As the frigid months of winter continue, let us take stock of the gifts we have and prepare for the coming springtime when seed-planting begins and new life leaps forth. Together, let’s imagine a 2019 filled with vibrant life and complexity, the kind that makes being connected to one another in a single, diverse, inclusive community so beautiful.
Sending much love and peace.
Student Leader, Nicole Gratzer Reflects on
Week of Exploring Identity, Faith, and Justice
In early January, I was lucky to spend a week with the beautiful and welcoming community at Benincasa. I traveled to New York with a group of Xavier University students from Cincinnati as part of a faith and justice immersion trip. Some of the goals of our trip were to think about racial and economic injustice, learn more about Dorothy Day, who is the namesake of our trip, and explore the intersection of faith and justice. As a student leader in the group, I spent significant time planning for the trip and was so excited to finally go. Still, I could not have anticipated the feelings of joy and warmth I experienced in community that week and how profoundly this experience would impact me.
For months before this trip, I struggled in my faith journey. I have been Catholic my whole life. In recent months, I had been struggling with issues with the Catholic Church that kept coming up for me, and I was exhausted from being let down by this institution I knew and loved. These doubts about the Church became major obstacles in my faith life. Getting the chance to experience a lay-led liturgy at Benincasa was a breath of fresh air for me. It was so moving to see a vibrant faith community, coming together to connect with God in a way that was familiar and personal to my own practice but without the issues of hierarchy I had been struggling with. I was grateful to learn about the history of house churches from Sean, Karen, and Jimmy. The whole experience was familiar yet also radically different from so many of the liturgies I attended before. It felt just right for me; exactly what I needed in my faith life but would never have known how to ask God for.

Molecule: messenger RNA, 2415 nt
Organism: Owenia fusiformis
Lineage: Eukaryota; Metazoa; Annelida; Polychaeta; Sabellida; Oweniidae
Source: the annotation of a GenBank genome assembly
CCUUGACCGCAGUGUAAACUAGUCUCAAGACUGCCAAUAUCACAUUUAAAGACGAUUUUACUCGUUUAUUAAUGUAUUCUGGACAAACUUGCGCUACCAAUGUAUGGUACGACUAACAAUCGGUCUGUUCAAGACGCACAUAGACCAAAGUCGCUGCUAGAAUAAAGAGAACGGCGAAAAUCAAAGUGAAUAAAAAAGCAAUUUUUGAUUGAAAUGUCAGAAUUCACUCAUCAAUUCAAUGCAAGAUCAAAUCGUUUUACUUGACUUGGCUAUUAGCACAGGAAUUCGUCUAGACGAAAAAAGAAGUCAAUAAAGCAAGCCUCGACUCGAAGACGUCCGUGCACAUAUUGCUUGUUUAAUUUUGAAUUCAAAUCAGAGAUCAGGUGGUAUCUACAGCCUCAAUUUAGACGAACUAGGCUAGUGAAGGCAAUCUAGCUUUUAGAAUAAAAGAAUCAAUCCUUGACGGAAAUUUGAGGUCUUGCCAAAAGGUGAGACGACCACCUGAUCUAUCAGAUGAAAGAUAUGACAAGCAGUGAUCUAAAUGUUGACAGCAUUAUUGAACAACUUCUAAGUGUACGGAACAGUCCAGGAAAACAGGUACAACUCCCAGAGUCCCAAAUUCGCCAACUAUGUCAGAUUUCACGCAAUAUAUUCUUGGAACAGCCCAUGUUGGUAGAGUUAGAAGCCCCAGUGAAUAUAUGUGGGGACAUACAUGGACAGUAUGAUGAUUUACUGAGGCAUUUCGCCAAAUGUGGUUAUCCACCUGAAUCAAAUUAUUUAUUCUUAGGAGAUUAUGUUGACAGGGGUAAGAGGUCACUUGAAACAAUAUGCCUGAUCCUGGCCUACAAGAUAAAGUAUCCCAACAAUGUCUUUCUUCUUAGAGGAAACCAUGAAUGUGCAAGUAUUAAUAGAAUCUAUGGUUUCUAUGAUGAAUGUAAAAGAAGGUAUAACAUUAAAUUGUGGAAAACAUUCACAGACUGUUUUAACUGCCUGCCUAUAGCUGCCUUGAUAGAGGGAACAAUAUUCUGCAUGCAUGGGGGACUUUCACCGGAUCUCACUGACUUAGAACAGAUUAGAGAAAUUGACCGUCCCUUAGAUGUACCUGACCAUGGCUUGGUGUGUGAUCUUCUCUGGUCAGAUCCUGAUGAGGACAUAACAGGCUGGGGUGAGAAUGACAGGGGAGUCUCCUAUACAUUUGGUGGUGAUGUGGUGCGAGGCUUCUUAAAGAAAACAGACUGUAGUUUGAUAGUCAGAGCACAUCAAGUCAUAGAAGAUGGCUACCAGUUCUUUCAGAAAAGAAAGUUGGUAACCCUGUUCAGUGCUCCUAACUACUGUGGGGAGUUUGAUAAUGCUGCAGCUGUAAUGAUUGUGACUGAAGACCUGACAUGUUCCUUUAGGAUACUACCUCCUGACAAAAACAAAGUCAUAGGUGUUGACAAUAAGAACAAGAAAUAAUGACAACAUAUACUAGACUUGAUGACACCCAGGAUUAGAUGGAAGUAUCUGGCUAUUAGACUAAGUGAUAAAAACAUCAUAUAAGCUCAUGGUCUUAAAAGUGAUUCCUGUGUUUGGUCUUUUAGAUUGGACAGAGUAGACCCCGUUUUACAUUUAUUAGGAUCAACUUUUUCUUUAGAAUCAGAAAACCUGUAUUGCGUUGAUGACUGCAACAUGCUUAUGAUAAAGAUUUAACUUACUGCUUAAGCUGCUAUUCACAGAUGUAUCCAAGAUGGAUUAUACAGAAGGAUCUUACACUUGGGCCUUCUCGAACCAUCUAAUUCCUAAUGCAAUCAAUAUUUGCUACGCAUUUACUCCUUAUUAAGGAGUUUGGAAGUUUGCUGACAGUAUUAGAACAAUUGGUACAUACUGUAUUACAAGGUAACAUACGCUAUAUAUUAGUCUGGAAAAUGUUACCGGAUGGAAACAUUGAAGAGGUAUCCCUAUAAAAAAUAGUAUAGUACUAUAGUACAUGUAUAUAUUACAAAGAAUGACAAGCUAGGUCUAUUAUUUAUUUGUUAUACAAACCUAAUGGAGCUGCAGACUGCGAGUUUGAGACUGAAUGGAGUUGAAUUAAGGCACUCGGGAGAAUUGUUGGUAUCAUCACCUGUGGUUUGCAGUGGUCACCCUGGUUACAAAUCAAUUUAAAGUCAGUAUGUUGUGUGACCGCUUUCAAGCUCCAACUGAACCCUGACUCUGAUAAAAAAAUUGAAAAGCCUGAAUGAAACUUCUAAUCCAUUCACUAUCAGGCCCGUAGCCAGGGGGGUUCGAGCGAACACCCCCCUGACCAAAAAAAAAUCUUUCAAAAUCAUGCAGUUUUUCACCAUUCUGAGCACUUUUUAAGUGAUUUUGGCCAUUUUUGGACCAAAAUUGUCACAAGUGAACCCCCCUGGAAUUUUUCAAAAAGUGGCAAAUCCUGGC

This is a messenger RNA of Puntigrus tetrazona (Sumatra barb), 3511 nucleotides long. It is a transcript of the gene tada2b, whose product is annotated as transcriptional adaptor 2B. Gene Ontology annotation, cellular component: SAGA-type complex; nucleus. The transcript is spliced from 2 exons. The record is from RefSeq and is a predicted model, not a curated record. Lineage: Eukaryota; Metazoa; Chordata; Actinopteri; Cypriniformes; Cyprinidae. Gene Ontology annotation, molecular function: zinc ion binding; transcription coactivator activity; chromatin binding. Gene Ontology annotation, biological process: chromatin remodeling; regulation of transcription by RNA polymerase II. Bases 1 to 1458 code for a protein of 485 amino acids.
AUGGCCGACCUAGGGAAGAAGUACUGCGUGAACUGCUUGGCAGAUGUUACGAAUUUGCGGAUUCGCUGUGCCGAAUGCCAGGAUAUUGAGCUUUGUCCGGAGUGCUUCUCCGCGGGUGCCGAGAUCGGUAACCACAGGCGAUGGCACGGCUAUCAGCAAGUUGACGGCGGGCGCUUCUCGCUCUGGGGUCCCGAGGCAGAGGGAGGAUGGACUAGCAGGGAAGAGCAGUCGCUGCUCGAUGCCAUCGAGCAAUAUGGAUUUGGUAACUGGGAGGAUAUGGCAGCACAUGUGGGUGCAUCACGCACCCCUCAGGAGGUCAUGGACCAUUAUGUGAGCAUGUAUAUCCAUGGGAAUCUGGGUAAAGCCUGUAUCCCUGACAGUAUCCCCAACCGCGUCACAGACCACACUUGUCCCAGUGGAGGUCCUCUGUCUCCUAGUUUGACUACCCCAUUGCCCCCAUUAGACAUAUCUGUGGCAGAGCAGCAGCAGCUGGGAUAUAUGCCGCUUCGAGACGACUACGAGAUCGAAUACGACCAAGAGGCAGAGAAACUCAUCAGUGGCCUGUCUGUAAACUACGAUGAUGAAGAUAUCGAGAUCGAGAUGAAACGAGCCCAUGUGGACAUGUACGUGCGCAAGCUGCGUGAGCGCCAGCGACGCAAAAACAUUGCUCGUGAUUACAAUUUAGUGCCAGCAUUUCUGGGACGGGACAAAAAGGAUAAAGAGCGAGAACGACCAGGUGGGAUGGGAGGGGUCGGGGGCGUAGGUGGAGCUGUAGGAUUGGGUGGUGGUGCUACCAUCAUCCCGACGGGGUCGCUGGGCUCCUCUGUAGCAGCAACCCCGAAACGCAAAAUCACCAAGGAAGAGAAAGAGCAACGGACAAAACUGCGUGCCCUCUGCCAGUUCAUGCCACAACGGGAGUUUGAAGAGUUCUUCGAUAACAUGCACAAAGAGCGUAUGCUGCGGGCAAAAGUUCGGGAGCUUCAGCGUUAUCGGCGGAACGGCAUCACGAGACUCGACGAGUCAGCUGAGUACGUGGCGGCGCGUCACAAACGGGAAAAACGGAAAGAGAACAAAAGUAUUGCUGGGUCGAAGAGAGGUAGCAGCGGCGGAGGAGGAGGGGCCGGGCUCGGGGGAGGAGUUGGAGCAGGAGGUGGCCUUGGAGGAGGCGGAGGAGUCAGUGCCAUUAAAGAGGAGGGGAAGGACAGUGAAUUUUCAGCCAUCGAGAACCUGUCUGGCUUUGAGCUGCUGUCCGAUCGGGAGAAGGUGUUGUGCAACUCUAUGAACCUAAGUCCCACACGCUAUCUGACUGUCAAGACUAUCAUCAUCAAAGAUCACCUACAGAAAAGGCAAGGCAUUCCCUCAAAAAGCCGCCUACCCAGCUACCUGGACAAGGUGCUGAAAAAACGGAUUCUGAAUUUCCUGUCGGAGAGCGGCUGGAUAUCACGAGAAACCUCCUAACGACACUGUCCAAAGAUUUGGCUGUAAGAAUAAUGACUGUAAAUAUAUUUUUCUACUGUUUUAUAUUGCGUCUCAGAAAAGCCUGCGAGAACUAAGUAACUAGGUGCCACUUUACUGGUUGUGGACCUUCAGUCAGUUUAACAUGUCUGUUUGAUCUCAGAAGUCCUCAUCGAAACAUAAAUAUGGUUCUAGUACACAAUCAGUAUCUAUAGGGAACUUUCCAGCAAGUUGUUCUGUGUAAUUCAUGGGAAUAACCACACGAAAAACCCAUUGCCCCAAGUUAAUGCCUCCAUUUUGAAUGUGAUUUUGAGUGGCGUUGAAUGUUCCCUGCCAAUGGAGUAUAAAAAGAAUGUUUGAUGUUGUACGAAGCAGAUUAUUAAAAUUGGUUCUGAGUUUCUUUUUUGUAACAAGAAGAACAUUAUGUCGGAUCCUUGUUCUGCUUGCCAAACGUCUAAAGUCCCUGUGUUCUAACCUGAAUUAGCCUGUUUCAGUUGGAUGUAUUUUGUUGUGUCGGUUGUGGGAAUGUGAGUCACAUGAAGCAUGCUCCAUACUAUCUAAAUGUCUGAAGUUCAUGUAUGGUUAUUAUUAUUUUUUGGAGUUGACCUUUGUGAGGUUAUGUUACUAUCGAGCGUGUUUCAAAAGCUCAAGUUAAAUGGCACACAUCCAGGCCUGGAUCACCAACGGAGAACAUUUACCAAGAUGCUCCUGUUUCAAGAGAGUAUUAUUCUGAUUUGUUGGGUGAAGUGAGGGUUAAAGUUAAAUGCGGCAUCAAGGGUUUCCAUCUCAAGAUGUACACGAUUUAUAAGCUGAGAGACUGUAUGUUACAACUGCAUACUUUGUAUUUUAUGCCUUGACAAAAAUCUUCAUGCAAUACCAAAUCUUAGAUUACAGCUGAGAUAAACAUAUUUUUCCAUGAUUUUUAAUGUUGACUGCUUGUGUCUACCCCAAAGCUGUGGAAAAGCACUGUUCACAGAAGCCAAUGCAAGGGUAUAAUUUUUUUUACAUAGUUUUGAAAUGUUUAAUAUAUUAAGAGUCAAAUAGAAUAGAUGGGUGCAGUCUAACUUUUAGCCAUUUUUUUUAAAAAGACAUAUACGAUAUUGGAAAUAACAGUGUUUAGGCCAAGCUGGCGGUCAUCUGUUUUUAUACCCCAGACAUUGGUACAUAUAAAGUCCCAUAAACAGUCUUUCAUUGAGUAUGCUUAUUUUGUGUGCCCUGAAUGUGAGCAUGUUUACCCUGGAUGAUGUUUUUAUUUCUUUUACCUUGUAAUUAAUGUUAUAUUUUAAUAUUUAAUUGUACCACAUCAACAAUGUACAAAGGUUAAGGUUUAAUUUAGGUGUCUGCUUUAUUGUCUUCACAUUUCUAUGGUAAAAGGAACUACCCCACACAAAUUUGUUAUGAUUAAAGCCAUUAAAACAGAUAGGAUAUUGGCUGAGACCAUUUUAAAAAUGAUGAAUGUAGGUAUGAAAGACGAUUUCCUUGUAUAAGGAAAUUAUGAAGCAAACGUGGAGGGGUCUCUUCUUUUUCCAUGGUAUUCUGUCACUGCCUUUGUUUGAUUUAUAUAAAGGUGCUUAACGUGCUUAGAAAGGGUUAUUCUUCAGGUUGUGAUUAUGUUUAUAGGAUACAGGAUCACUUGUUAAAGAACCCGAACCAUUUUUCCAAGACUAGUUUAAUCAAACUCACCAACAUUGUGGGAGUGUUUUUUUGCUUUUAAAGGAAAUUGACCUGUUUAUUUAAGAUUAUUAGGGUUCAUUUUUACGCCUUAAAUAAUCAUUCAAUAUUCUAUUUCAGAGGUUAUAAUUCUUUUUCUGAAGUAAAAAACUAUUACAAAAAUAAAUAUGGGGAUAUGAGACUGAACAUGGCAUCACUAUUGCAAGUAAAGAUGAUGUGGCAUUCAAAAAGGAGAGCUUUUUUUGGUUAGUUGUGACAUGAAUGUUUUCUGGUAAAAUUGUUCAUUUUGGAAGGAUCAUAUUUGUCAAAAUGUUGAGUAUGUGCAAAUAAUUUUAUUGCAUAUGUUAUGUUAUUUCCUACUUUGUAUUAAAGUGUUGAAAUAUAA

During our week in New York, our group also spent a lot of time with the Catholic Workers, specifically Maryhouse and St. Joseph House. We served soup, cleaned out clutter, and washed many, many dishes. I was struck by the hard-working nature of the Catholic Workers. While some of us served lunch in the kitchen, others of us also organized many years worth of activism signs and materials. I was inspired by the Catholic Worker’s commitment to both serving the poor and working tirelessly for justice. On Friday, our group had the opportunity to protest in Union Square against the torture and indefinite detention of men in Guantanamo Bay. We were able to see that our faith calls us to speak out against injustice, even if it makes us uncomfortable.
I am more grateful for my week in New York at Benincasa than I can put into words. From times of silent prayer to daily community dinners, Benincasa taught me the importance and power of a faith community that practices radical hospitality. Some of my final takeaways, written in scrawled handwriting in my journal at the end of a few exhausting days were these:
“My faith life doesn’t have to suck because I’m wrestling with the Catholic Church. The Church is a human institution that is imperfect, but that is not my faith. My belief in a loving, just God is my faith, and that now feels liberated from any system.”
“Faith doesn’t just motivate justice. The action of seeking justice in and of itself is profoundly spiritual action”